This is a useful tip if you love adding sage to protein or pasta dishes on a weekly basis, or if you love making a big batch of pesto to include with meals as often as you’re able to.
Place one pot in the best growing site, and when it becomes over-picked and sparse, move it to a location with dappled sunlight or light shade.
Once moved, it can rest, recuperate, and produce new growth.
Move your second pot into the prime growing location, then rotate the two pots as needed throughout the growing season.
Start with Good Soil
To ensure the healthiest start for your container herb garden, begin with high-quality soil.
Container soil should be lighter in density than garden soil and enriched with organic matter. It should also be amended to provide excellent drainage as well as moisture retention.
The addition of landscape or builder’s sand helps to ensure good drainage.
And amending with light materials like perlite, vermiculite, or peat moss helps to retain moisture without compacting or saturating the soil.
Here’s a suited blend that you can use for potted plants:
- 1/4 garden soil or potting soil
- 1/4 landscape sand
- 1/4 vermiculite or peat moss
- 1/4 aged compost or manure
This creates a light, airy soil mixture that provides essential nutrients, easy water absorption, and free-flowing drainage.
For perennial pots, it’s a good idea to work in some aged compost each spring, and to completely replace the soil every 3 to 4 years.
Watering and Fertilizing
Containers can dry out quickly in hot or windy weather. They need to be watered regularly, typically when the top inch of soil feels dry.
Usually, in-ground herbs don’t require any fertilizing. But for the best growth and productivity, potted ones should be fed regularly.
Fertilome fish emulsion fertilizer is available in three different sizes at Nature Hills Nursery.
To keep new growth coming, pinch back or pick from your plants often.
With leafy, clump-forming plants such as chives, cilantro, lemongrass, and parsley, pick the outer leaves first, working in towards the center and up as you harvest.
Those that have upright stems, like basil, mint, oregano, and rosemary, can be snipped right above a set of leaves to encourage branching and bushiness.
Many herbs, such as basil, mint, and parsley, begin to lose flavor once flowers begin to form. To retain the best taste, pinch out flower buds and stalks promptly.
But don’t toss those flowers!
Not surprisingly, the flowers of edible herbs are edible as well – you can add them to dishes as a colorful garnish or salad topper, for a pretty and zesty addition to meals.
As the growing season winds down, begin your cleanup.
Lightly trim away dead or damaged stems on woody perennials, and cut herbaceous ones to the ground.
Remove any existing mulch and apply a new layer of mulching material for winter protection.
Empty out any pots used for growing annuals, clean them thoroughly, and store them for the winter.
To prevent frost damage, move pots used to grow perennials into a frost-free area for winter protection.
For larger containers, you can provide on-site protection for roots by insulating pots with branches, blankets, or bubble wrap.
Warm Worth covers are available in a variety of sizes at Wayfair.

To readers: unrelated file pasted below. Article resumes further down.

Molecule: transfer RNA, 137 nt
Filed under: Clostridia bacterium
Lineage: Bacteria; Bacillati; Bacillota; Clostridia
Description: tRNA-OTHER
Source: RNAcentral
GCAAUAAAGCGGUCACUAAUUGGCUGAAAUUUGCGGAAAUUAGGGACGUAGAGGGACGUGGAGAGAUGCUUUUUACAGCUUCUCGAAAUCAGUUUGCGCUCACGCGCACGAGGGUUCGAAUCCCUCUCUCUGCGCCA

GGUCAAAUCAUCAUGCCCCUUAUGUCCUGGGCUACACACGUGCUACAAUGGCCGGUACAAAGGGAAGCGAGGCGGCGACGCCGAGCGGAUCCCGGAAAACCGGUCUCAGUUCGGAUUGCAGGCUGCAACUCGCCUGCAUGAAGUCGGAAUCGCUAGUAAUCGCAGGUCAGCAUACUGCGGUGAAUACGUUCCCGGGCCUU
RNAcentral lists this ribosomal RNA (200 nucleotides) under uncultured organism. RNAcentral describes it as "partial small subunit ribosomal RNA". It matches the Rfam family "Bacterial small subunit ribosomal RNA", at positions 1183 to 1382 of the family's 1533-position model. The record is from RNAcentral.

Moving outdoor-grown plants indoors is another option in cool climates. We’ll cover this in another article.
Annuals don’t require pruning, and herbaceous plants may simply be cut to the ground in late autumn.
But your woody perennials need annual pruning to control their shape and size, and to facilitate the production of fresh foliage.
Once they become overgrown, it’s very difficult to return them to a compact, tidy form because the woody stems won’t produce new growth. Cutting them at this point results in stubby sticks with no foliage.
The best time for pruning woody types such as bay, lavender, rosemary, sage, and thyme is in early spring, just when new growth emerges at the base of plants or on their lowest limbs.
Missed this window? The next best time is immediately after the plant has finished flowering.
Cut branches back by one-third, making your cuts just above a set of leaves. Remove any spent flowers and flower stalks as well.
Avoid cutting back woody perennials late in the season. This encourages new growth to start when they should be preparing for dormancy.
Tender shoots are easily killed by winter cold, which can weaken plants to the point of killing them.
During the growing season, trim lightly as needed, choosing outside stems and snipping to keep a tidy shape.
Pots of Delight
Growing your own herbs is an easy way to enjoy fresh flavors in your cooking, and fragrance in your garden. To learn more, check out our full guide to starting your own herb garden.
Remember to water regularly, fertilize monthly, and harvest often for a steady supply of flavorful, fresh leaves.
Now that you know a bit more about how to grow your own container herb garden, will you be potting up some of your own delightful favorites? Let us know in the comments below!
And for more tips on container gardening, add these articles to your reading list next:
- The Best 11 Vegetables to Grow in Pots and Containers
- Keep Your Containers Looking Great with These 6 Simple Tricks
- How to Grow Vegetables in Containers
Photos by Laura Kring © Ask the Experts, LLC. ALL RIGHTS RESERVED. See our TOS for more details. Product photos via Home Depot, Nature Hills Nursery, and Wayfair. Uncredited photos: Shutterstock.
About Lorna Kring
A writer, artist, and entrepreneur, Lorna is also a long-time gardener who got hooked on organic and natural gardening methods at an early age. These days, her vegetable garden is smaller to make room for decorative landscapes filled with color, fragrance, art, and hidden treasures. Cultivating and designing the ideal garden spot is one of her favorite activities – especially for gathering with family and friends for good times and good food (straight from the garden, of course)!